Monday, October 30, 2006

Budgets Falling in Race to Fight Global Warming





By ANDREW C. REVKIN, NY Times.



“Houston,” Charles F. Kutscher, chairman of the Solar 2006 conference, concluded in a twist on the line from Apollo 13, “we have a solution.”



Hold the applause. For all the enthusiasm about alternatives to coal and oil, the challenge of limiting emissions of carbon dioxide, which traps heat, will be immense in a world likely to add 2.5 billion people by midcentury, a host of other experts say. Moreover, most of those people will live in countries like China and India, which are just beginning to enjoy an electrified, air-conditioned mobile society.



The challenge is all the more daunting because research into energy technologies by both government and industry has not been rising, but rather falling.



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Sunday, October 29, 2006

China: Largest Urban Migration In History

Recently I came upon a startling fact. China is in the midst of a vast urban migration. It seems that Chinese peasants are flocking to industrialized areas in the search for higher income and opportunity. As a result, China now has over 200 cities with 3 million inhabitants or more. Cities have sprung up out of nowhere as companies relocate to China to capitalize on the cheap labor.



China is also in a huge growth spurt and its energy useage is soaring as a result. From reports, there seems to be little in the way of pollution control. This disturbing trend is occurring as people in the US are starting to come out their deep sleep about global warming. The implications appear grave.



One question to think about is this: If we in the United States are able to control our carbon release, what about developing countries such as China? Clearly the US with 5% of the world's population using 25% of its energy any reduction we make will be extremely helpful in preserving the planet's future. What about China? China continues to depend a great deal on coal and reports indicate that they continue to build vast numbers of new ones. Will are actions in curbing our carbon releases be dwarfed by China's march into modernization?



I am also concerned about what might happen to the rural people's attachment to nature as they leave their close relationship with the earth behind in search of the good life and consumption that urban living might promise them. Removing themselves, as many Americans have done, from a bond with the natural world will not support them in to coming to terms with the choices that must be made if we are to survive industrialization. In the terms of human history, industrialization has been an experiment. The word is not in yet on whether or not it has succeeded. Clearly, it has ravaged our world in gargantuan ways. A burning question that will be addressed whether we like it or not is: will our addiction to money and power prevent us from taking the necessary steps in preserving our future?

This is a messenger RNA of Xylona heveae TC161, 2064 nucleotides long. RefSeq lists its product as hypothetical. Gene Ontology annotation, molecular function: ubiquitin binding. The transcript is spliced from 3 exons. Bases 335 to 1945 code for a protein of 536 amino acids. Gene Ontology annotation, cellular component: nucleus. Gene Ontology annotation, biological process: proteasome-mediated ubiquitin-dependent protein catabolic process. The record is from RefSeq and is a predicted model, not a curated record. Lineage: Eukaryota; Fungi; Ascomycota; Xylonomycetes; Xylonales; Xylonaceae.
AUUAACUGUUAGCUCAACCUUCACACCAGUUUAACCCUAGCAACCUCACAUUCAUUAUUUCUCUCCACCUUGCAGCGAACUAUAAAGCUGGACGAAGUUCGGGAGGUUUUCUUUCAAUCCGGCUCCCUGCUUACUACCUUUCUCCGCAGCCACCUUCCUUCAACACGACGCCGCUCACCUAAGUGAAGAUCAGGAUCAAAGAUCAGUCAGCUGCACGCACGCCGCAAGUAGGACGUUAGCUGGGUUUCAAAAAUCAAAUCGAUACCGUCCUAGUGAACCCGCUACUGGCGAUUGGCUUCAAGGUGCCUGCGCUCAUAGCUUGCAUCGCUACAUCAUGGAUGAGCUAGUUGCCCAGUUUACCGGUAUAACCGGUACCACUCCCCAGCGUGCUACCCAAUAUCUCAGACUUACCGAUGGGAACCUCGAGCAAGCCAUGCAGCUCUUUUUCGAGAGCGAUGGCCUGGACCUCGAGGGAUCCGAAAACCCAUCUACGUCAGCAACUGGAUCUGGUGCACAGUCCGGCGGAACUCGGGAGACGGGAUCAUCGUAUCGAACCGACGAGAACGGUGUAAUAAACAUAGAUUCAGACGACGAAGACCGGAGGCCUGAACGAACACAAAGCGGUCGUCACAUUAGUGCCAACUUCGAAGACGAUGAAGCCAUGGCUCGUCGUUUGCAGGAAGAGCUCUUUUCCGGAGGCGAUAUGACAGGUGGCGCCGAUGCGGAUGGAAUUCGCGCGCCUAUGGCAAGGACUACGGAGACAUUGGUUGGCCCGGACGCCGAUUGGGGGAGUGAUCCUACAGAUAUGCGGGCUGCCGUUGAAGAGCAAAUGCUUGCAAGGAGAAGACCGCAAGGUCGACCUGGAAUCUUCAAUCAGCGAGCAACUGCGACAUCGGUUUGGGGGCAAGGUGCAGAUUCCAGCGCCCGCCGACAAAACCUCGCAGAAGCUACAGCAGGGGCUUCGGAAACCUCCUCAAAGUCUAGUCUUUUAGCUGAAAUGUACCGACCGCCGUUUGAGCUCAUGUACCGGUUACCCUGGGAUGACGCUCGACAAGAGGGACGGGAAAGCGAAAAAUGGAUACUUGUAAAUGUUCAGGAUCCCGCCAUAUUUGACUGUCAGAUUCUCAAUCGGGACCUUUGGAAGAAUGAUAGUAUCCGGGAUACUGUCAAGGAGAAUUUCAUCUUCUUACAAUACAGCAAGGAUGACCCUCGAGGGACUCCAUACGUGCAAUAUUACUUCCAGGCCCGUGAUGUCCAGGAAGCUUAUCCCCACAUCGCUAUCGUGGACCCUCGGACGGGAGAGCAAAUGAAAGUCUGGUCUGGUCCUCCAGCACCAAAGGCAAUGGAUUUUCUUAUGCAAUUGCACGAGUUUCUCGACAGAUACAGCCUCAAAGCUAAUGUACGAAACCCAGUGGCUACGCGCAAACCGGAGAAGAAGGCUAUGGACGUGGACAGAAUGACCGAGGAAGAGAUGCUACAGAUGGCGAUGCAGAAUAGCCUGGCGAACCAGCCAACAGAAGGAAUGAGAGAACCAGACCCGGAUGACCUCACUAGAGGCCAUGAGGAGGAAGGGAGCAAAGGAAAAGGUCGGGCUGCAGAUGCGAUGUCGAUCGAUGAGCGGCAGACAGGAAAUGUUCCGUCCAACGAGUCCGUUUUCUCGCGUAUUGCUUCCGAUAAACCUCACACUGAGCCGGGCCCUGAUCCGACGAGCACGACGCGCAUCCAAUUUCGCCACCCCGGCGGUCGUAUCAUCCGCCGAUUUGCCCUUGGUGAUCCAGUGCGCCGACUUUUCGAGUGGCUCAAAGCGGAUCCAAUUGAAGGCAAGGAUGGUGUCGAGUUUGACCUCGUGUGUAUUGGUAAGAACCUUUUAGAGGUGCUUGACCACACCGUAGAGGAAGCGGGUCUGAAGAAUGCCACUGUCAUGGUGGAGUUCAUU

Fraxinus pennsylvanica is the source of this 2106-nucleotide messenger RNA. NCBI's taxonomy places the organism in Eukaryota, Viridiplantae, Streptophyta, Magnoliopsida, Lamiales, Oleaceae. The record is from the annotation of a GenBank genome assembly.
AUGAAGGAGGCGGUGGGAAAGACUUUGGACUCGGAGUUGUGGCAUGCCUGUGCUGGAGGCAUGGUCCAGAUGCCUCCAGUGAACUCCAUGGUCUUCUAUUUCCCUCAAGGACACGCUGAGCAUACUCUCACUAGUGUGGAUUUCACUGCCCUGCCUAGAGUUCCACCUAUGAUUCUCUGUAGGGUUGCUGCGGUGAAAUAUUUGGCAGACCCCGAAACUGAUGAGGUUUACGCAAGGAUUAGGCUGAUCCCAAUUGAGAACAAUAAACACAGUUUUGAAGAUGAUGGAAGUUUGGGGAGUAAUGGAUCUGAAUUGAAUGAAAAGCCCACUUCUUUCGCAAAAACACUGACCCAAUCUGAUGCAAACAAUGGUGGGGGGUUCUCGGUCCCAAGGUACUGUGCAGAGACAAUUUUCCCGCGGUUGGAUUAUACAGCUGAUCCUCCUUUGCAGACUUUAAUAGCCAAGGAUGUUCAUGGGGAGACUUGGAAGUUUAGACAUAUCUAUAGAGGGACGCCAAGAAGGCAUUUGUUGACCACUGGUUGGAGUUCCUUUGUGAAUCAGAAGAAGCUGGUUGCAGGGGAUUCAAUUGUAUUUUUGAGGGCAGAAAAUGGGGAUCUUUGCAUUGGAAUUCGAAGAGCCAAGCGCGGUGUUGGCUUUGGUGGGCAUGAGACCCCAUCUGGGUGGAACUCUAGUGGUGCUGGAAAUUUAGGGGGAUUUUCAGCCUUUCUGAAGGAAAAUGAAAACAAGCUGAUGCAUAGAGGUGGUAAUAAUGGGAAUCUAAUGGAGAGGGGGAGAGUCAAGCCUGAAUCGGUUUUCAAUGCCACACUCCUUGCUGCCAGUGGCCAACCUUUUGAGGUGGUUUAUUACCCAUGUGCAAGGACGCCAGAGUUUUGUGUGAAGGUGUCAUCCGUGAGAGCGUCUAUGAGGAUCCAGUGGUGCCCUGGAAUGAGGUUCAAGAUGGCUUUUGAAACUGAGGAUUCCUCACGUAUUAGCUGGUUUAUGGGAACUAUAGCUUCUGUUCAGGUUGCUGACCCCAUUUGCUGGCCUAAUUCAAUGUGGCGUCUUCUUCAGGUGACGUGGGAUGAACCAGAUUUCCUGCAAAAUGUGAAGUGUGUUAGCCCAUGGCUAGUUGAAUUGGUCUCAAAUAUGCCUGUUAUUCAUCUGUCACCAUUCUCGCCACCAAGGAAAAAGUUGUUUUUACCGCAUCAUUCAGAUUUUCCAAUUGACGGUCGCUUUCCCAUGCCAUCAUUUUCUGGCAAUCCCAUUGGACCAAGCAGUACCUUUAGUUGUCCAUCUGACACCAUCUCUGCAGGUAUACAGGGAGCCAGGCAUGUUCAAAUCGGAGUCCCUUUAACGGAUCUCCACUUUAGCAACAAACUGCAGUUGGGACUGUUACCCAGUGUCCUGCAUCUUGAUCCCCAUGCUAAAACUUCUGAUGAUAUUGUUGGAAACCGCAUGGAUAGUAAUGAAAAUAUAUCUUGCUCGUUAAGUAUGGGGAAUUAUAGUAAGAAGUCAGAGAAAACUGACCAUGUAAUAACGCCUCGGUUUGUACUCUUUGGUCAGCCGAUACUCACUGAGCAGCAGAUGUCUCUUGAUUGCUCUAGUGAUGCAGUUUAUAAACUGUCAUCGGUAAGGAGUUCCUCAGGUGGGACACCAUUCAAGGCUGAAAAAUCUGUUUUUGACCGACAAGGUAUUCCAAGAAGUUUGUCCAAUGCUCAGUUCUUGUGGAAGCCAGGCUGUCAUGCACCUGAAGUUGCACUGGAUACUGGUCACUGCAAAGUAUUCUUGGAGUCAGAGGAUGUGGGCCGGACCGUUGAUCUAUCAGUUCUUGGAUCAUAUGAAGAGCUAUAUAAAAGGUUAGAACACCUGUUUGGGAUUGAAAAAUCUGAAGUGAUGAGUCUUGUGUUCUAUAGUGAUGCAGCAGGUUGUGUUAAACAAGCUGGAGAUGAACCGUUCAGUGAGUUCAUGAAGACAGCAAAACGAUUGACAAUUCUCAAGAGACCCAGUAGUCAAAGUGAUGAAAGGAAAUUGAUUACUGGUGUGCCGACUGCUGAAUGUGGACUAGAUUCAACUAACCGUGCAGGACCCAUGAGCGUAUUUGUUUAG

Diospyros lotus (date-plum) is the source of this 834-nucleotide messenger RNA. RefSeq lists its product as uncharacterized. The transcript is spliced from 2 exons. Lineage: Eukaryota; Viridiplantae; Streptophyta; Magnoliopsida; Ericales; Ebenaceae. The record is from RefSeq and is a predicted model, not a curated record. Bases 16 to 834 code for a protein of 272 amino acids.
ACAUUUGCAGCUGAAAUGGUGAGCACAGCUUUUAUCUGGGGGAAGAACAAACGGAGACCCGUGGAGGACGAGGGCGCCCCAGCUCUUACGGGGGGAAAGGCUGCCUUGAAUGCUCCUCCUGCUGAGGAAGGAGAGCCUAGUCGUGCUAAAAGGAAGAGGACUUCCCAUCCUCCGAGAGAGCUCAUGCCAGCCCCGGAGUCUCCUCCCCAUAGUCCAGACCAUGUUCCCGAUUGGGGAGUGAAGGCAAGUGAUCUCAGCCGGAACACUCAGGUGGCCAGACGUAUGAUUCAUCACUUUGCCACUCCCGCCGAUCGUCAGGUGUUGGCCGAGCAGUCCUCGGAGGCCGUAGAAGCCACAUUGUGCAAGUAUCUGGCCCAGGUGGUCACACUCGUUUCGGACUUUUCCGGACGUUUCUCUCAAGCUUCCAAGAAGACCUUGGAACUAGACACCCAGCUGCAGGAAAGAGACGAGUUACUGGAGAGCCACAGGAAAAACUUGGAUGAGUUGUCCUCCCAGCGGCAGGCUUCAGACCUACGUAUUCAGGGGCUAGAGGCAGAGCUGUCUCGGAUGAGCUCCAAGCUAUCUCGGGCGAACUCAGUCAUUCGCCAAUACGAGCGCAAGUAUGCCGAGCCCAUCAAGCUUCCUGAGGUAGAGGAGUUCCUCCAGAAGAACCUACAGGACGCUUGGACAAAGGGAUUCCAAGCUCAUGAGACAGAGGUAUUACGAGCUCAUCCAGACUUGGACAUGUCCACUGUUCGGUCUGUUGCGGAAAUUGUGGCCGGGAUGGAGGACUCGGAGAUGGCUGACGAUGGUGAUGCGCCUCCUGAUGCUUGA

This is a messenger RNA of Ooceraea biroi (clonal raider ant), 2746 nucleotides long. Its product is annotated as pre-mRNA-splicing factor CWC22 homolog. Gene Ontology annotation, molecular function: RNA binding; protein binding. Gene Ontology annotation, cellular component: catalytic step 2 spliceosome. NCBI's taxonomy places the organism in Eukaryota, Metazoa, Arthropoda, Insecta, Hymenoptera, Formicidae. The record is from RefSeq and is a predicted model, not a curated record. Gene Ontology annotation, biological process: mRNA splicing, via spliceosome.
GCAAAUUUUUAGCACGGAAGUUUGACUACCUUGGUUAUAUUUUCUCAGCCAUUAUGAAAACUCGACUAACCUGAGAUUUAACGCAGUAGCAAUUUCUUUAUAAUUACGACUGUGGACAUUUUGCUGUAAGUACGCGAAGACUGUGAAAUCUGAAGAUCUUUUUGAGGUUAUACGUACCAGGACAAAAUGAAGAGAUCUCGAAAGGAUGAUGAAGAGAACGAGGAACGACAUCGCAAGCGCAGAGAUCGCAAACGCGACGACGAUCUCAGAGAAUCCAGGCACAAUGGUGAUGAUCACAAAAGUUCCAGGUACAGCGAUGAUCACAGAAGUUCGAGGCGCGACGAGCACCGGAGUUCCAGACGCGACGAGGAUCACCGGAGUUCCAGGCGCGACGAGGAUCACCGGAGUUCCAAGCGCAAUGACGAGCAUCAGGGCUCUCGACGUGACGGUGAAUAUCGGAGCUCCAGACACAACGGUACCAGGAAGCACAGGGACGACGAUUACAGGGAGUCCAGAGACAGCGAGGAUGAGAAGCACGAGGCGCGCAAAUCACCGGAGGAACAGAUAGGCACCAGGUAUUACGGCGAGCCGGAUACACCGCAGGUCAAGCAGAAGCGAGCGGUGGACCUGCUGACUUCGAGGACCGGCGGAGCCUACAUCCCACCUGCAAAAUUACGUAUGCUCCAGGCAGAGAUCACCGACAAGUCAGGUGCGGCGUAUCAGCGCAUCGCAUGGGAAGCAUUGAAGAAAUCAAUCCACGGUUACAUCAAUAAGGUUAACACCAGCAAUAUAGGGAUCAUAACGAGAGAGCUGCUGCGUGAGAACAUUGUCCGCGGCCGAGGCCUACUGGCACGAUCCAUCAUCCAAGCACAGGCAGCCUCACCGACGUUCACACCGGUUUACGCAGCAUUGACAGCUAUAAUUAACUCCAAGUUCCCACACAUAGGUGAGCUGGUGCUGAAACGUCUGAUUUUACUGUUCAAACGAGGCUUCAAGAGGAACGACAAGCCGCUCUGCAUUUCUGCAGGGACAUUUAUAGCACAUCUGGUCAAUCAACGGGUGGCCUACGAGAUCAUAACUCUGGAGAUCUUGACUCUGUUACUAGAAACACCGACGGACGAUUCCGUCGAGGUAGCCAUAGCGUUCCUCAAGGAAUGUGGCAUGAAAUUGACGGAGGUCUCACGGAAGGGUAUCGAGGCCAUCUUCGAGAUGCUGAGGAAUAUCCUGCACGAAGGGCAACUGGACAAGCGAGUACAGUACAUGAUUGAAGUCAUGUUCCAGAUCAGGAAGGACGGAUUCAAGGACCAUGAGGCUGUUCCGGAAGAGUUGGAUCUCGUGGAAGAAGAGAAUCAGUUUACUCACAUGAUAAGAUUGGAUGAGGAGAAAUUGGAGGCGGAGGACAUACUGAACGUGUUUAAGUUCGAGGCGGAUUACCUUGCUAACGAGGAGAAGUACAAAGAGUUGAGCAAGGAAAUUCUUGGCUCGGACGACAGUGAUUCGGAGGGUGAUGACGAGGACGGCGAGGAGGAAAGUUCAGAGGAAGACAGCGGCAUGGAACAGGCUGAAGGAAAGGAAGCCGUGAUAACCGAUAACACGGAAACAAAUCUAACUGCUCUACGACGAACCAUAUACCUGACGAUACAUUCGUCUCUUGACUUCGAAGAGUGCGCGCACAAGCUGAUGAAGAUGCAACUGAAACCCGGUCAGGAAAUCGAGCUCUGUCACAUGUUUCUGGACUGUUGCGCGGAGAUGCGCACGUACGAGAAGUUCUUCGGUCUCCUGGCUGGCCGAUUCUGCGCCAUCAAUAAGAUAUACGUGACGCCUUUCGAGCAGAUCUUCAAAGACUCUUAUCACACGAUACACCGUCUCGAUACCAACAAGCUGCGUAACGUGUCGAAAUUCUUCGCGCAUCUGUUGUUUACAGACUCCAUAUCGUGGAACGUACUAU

Ticonderoga Burn

I guess the test burn is likely to happen at the International Paper mill in Ticonderoga New York. The state environment board authorized a two week test burn of tires which could provide about 10% of the energy needed by the plant. As the plant is located just across Lake Champlain, the prevailing winds will carry the emissions to Vermont locations. Bad enough, International Paper has declined to outfit the plan with state-of-the-art pollution control technology (electorstatic precipitatior) that would filter out toxic particulate matter. It is my understanding that Vermont has offered to help pay for this equipment, however, there ain't no takers at International Paper.



According to the NY state Waste Tire website, there are about 24.7 million waste tires in landfills throughout the state and that these comprise about 85% of all discarded tires in the state. What is not clear, is just how many tires are discarded in the empire state on a yearly basis, where will they go, and what are the plans to get rid of them? It might appear that perhaps that State of New York has a strong and powerful vested interest in the burning at Ticonderoga.